In our wacko world of helter skelter, (that includes the market place) we, the followers of the Lord Jesus must be asking the question from time to time, Where is God? Is He really in control? If so, why do horrible things happen to His people? Why are the wicked flourishing and His children languishing? In truth, many things are happening around us that simply make no sense and seem so unjust. So, where is God? (See Ps. 73)
How are we to understand, for example, the Scriptural account of the decapitation of John the Baptist at the whim of an inebriated king and a sensual teen ager? (Mk. 6:14-29). How is it that Job suffered unimaginably as the star player in a drama played out between God and Satan without a modicum of explanation to Job as to why? The Scriptures do remind us that, the secret things belong to the Lord our God, but the things revealed belong to us and to our children forever, that we may follow all the words of this law (Deut. 29:29) St. Paul addresses lifes mysteries by stating the fact that this side of eternity we don't yet see things clearly. We're squinting in a fog, peering through a mist. But it won't be long before the weather clears and the sun shines bright! We'll see it all then, see it all as clearly as God sees us, knowing him directly just as he knows us! (I Cor. 13:12 – Msg.)
We do know from the word of God, and from personal experience that God is good, and that he has our best interests at heart (Gen. 1:31; Psa. 4:5; 52:1; 139:14; 145:9, 15,16; Jer. 29:11).
So, what does the term God is Sovereign mean? It means that God is exercising His supremacy as the Most High Lord of heaven and earth. He is subject to no one, and is influenced by none. He is absolutely independent. That is, God does as He pleases and none can hinder Him: My purpose will stand, and I will do all that I please. (Isa. 46:10b) (See Gen. 18:14; Jer. 32:27; Matt. 3:9; 26:53) As the Sovereign of the universe He is directing all things in conformity with the purpose of his will (Eph. 1:11b).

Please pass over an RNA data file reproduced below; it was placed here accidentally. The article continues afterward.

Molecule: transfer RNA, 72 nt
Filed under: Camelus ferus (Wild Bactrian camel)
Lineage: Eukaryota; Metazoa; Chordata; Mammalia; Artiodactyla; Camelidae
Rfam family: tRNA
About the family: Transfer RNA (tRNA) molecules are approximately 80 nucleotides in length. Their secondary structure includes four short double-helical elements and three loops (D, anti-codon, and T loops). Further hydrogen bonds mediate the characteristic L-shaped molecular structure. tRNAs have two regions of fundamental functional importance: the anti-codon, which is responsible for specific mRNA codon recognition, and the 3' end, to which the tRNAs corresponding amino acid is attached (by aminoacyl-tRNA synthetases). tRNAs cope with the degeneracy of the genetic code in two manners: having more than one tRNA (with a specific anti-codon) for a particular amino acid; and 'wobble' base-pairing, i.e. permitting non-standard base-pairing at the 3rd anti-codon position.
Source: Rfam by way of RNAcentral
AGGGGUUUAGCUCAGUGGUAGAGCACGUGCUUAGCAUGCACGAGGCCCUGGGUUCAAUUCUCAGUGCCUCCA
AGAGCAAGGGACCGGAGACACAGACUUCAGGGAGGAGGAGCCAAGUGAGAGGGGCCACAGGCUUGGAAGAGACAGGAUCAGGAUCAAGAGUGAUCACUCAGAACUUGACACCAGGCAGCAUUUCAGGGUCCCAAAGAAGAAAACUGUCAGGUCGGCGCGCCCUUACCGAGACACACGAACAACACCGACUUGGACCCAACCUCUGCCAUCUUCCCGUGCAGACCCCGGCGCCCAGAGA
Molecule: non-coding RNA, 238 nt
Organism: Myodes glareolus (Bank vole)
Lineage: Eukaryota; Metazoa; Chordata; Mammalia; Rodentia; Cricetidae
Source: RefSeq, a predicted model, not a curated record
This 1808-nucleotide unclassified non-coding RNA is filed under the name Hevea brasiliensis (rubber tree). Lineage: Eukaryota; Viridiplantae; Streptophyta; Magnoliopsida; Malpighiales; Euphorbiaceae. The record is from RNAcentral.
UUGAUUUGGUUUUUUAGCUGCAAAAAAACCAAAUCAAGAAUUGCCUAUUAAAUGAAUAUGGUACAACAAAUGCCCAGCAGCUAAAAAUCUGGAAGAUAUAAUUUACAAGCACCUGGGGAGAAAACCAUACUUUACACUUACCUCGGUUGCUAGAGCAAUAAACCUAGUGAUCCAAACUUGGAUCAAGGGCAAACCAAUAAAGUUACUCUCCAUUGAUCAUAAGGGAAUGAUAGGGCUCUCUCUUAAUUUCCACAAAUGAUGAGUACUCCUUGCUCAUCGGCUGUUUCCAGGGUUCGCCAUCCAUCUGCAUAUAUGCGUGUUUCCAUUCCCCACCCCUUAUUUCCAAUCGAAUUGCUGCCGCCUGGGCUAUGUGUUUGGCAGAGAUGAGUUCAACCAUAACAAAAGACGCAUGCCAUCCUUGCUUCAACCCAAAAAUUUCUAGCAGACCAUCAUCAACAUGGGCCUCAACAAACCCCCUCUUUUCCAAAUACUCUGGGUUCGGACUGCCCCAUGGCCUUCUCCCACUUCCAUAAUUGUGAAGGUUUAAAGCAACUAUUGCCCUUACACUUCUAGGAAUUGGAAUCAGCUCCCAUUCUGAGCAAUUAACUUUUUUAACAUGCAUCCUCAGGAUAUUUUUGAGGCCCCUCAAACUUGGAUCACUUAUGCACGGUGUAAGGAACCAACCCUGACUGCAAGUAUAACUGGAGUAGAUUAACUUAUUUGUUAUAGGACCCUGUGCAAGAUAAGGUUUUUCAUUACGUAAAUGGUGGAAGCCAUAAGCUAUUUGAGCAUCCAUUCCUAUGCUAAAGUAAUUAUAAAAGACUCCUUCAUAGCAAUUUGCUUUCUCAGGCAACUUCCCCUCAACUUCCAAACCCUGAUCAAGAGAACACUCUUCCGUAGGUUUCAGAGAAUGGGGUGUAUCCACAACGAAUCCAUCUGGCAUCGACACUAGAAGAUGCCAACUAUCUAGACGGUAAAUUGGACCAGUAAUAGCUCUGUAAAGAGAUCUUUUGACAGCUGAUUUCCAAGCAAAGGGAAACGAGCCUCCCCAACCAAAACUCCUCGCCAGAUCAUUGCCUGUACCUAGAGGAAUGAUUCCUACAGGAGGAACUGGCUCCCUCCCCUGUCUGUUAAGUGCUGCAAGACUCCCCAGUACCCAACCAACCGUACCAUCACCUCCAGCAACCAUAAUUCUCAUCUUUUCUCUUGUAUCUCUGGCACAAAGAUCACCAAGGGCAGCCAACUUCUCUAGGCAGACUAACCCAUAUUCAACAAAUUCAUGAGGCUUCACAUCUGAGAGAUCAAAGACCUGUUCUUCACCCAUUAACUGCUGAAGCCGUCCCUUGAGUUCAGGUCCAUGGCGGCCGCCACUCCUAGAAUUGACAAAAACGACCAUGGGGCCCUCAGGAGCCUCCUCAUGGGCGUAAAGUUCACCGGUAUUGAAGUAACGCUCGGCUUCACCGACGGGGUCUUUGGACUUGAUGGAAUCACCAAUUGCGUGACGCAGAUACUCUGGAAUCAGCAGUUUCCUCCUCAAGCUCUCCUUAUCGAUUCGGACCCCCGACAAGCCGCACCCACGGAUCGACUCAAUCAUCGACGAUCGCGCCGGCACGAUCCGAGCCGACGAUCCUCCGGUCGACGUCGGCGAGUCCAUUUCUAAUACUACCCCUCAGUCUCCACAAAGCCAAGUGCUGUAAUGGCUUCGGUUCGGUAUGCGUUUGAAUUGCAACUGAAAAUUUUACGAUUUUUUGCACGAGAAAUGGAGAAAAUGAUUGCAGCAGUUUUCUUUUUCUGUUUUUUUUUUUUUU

Certainly, we are cautioned in Scripture to not question His sovereignty: Woe to him who strives with his Maker!a worthless piece of broken pottery among other pieces equally worthless [and yet presuming to strive with his Maker]! Shall the clay say to him who fashions it, what do you think you are making? (Isa. 45:9 Amp.). (See Psa. 135:6; 115:3; Dan. 4:35) In our moments of confusion or grief, Job stands out as our quintessential example as to how we are to respond to the sovereignty of God, confusing as it may appear: Job, upon hearing of his monumental loses, Got up and tore his robe and shaved his head. Then he fell to the ground in worship and said: Naked I came from my mother's womb, and naked I will depart. The Lord gave and the Lord has taken away; may the name of the Lord be praised. In all this, Job did not sin by charging God with wrongdoing. Said heShall we accept good from God, and not trouble? In all this, Job did not sin in what he said (Job 1:20-23; 2:10). (See Gen. 50:20)
Charles Spurgeon, that great British preacher of the 1800s stated, There is no attribute more comforting to His children than that of Gods Sovereignty. Under the most adverse circumstances, in the most sever trials, they believe that Sovereignty has ordained their affliction, that Sovereignty overrules them, and that Sovereignty will sanctify them all. (See Pro. 21:1; Rom. 9:15-18)
Prayer: Lord, there is much in life that is beyond my scope of understanding. As an act of faith I choose to surrender to and trust in you, my Sovereign God. Amen.